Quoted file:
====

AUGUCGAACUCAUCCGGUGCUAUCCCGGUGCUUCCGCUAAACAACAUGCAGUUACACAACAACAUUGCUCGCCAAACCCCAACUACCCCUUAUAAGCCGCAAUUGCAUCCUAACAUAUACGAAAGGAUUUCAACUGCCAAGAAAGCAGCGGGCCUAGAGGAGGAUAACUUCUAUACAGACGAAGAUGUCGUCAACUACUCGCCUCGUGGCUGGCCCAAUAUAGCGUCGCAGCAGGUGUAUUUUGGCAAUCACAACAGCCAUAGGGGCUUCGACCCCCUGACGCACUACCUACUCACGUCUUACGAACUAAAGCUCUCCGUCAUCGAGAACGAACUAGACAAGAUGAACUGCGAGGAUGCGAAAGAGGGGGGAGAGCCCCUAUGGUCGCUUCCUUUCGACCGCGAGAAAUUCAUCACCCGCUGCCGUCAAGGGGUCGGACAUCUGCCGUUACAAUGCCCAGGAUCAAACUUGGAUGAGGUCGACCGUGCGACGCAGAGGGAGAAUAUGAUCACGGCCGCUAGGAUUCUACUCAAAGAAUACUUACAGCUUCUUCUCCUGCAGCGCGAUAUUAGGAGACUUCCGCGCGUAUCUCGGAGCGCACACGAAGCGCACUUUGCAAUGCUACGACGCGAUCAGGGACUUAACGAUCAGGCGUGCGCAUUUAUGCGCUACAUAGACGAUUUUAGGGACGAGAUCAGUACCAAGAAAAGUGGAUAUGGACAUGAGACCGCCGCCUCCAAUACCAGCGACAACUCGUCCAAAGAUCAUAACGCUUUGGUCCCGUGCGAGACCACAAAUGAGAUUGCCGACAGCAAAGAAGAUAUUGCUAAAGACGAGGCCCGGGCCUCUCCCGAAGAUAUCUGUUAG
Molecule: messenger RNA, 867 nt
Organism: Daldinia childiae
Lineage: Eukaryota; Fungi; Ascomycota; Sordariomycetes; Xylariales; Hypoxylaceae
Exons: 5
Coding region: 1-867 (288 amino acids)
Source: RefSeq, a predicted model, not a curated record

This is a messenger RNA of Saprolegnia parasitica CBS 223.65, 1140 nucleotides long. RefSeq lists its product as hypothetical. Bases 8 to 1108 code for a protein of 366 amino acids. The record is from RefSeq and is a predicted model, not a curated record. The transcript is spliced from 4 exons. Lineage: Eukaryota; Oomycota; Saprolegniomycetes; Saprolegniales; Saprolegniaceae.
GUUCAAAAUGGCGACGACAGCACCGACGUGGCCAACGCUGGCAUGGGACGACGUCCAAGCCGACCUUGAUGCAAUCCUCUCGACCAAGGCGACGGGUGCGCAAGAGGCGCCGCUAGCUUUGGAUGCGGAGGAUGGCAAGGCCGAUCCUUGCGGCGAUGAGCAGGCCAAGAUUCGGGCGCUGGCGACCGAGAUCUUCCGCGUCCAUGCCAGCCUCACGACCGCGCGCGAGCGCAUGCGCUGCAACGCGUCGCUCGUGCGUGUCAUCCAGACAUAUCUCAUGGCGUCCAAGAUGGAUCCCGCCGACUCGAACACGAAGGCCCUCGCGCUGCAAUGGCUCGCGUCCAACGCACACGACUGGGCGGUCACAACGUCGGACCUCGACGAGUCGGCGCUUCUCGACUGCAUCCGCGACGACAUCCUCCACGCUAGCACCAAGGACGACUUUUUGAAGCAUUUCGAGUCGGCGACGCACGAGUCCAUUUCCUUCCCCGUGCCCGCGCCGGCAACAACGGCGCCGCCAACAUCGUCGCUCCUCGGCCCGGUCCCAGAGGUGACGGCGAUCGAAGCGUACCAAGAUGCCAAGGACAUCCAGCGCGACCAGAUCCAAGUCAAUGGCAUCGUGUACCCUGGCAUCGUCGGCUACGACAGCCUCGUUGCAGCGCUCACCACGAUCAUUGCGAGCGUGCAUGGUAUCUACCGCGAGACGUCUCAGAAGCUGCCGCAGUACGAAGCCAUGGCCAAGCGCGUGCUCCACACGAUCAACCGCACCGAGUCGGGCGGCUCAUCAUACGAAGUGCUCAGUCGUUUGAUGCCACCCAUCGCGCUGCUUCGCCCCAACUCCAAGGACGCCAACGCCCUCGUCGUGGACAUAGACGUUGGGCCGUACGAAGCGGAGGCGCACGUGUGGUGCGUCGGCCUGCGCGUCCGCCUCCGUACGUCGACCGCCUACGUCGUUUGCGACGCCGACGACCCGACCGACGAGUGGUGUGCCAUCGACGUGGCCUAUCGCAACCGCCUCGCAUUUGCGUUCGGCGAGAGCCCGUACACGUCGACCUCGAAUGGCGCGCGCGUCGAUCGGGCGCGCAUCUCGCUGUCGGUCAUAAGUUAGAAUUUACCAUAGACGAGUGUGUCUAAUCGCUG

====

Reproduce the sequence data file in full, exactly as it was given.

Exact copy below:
AUGUCGAACUCAUCCGGUGCUAUCCCGGUGCUUCCGCUAAACAACAUGCAGUUACACAACAACAUUGCUCGCCAAACCCCAACUACCCCUUAUAAGCCGCAAUUGCAUCCUAACAUAUACGAAAGGAUUUCAACUGCCAAGAAAGCAGCGGGCCUAGAGGAGGAUAACUUCUAUACAGACGAAGAUGUCGUCAACUACUCGCCUCGUGGCUGGCCCAAUAUAGCGUCGCAGCAGGUGUAUUUUGGCAAUCACAACAGCCAUAGGGGCUUCGACCCCCUGACGCACUACCUACUCACGUCUUACGAACUAAAGCUCUCCGUCAUCGAGAACGAACUAGACAAGAUGAACUGCGAGGAUGCGAAAGAGGGGGGAGAGCCCCUAUGGUCGCUUCCUUUCGACCGCGAGAAAUUCAUCACCCGCUGCCGUCAAGGGGUCGGACAUCUGCCGUUACAAUGCCCAGGAUCAAACUUGGAUGAGGUCGACCGUGCGACGCAGAGGGAGAAUAUGAUCACGGCCGCUAGGAUUCUACUCAAAGAAUACUUACAGCUUCUUCUCCUGCAGCGCGAUAUUAGGAGACUUCCGCGCGUAUCUCGGAGCGCACACGAAGCGCACUUUGCAAUGCUACGACGCGAUCAGGGACUUAACGAUCAGGCGUGCGCAUUUAUGCGCUACAUAGACGAUUUUAGGGACGAGAUCAGUACCAAGAAAAGUGGAUAUGGACAUGAGACCGCCGCCUCCAAUACCAGCGACAACUCGUCCAAAGAUCAUAACGCUUUGGUCCCGUGCGAGACCACAAAUGAGAUUGCCGACAGCAAAGAAGAUAUUGCUAAAGACGAGGCCCGGGCCUCUCCCGAAGAUAUCUGUUAG
Molecule: messenger RNA, 867 nt
Organism: Daldinia childiae
Lineage: Eukaryota; Fungi; Ascomycota; Sordariomycetes; Xylariales; Hypoxylaceae
Exons: 5
Coding region: 1-867 (288 amino acids)
Source: RefSeq, a predicted model, not a curated record

This is a messenger RNA of Saprolegnia parasitica CBS 223.65, 1140 nucleotides long. RefSeq lists its product as hypothetical. Bases 8 to 1108 code for a protein of 366 amino acids. The record is from RefSeq and is a predicted model, not a curated record. The transcript is spliced from 4 exons. Lineage: Eukaryota; Oomycota; Saprolegniomycetes; Saprolegniales; Saprolegniaceae.
GUUCAAAAUGGCGACGACAGCACCGACGUGGCCAACGCUGGCAUGGGACGACGUCCAAGCCGACCUUGAUGCAAUCCUCUCGACCAAGGCGACGGGUGCGCAAGAGGCGCCGCUAGCUUUGGAUGCGGAGGAUGGCAAGGCCGAUCCUUGCGGCGAUGAGCAGGCCAAGAUUCGGGCGCUGGCGACCGAGAUCUUCCGCGUCCAUGCCAGCCUCACGACCGCGCGCGAGCGCAUGCGCUGCAACGCGUCGCUCGUGCGUGUCAUCCAGACAUAUCUCAUGGCGUCCAAGAUGGAUCCCGCCGACUCGAACACGAAGGCCCUCGCGCUGCAAUGGCUCGCGUCCAACGCACACGACUGGGCGGUCACAACGUCGGACCUCGACGAGUCGGCGCUUCUCGACUGCAUCCGCGACGACAUCCUCCACGCUAGCACCAAGGACGACUUUUUGAAGCAUUUCGAGUCGGCGACGCACGAGUCCAUUUCCUUCCCCGUGCCCGCGCCGGCAACAACGGCGCCGCCAACAUCGUCGCUCCUCGGCCCGGUCCCAGAGGUGACGGCGAUCGAAGCGUACCAAGAUGCCAAGGACAUCCAGCGCGACCAGAUCCAAGUCAAUGGCAUCGUGUACCCUGGCAUCGUCGGCUACGACAGCCUCGUUGCAGCGCUCACCACGAUCAUUGCGAGCGUGCAUGGUAUCUACCGCGAGACGUCUCAGAAGCUGCCGCAGUACGAAGCCAUGGCCAAGCGCGUGCUCCACACGAUCAACCGCACCGAGUCGGGCGGCUCAUCAUACGAAGUGCUCAGUCGUUUGAUGCCACCCAUCGCGCUGCUUCGCCCCAACUCCAAGGACGCCAACGCCCUCGUCGUGGACAUAGACGUUGGGCCGUACGAAGCGGAGGCGCACGUGUGGUGCGUCGGCCUGCGCGUCCGCCUCCGUACGUCGACCGCCUACGUCGUUUGCGACGCCGACGACCCGACCGACGAGUGGUGUGCCAUCGACGUGGCCUAUCGCAACCGCCUCGCAUUUGCGUUCGGCGAGAGCCCGUACACGUCGACCUCGAAUGGCGCGCGCGUCGAUCGGGCGCGCAUCUCGCUGUCGGUCAUAAGUUAGAAUUUACCAUAGACGAGUGUGUCUAAUCGCUG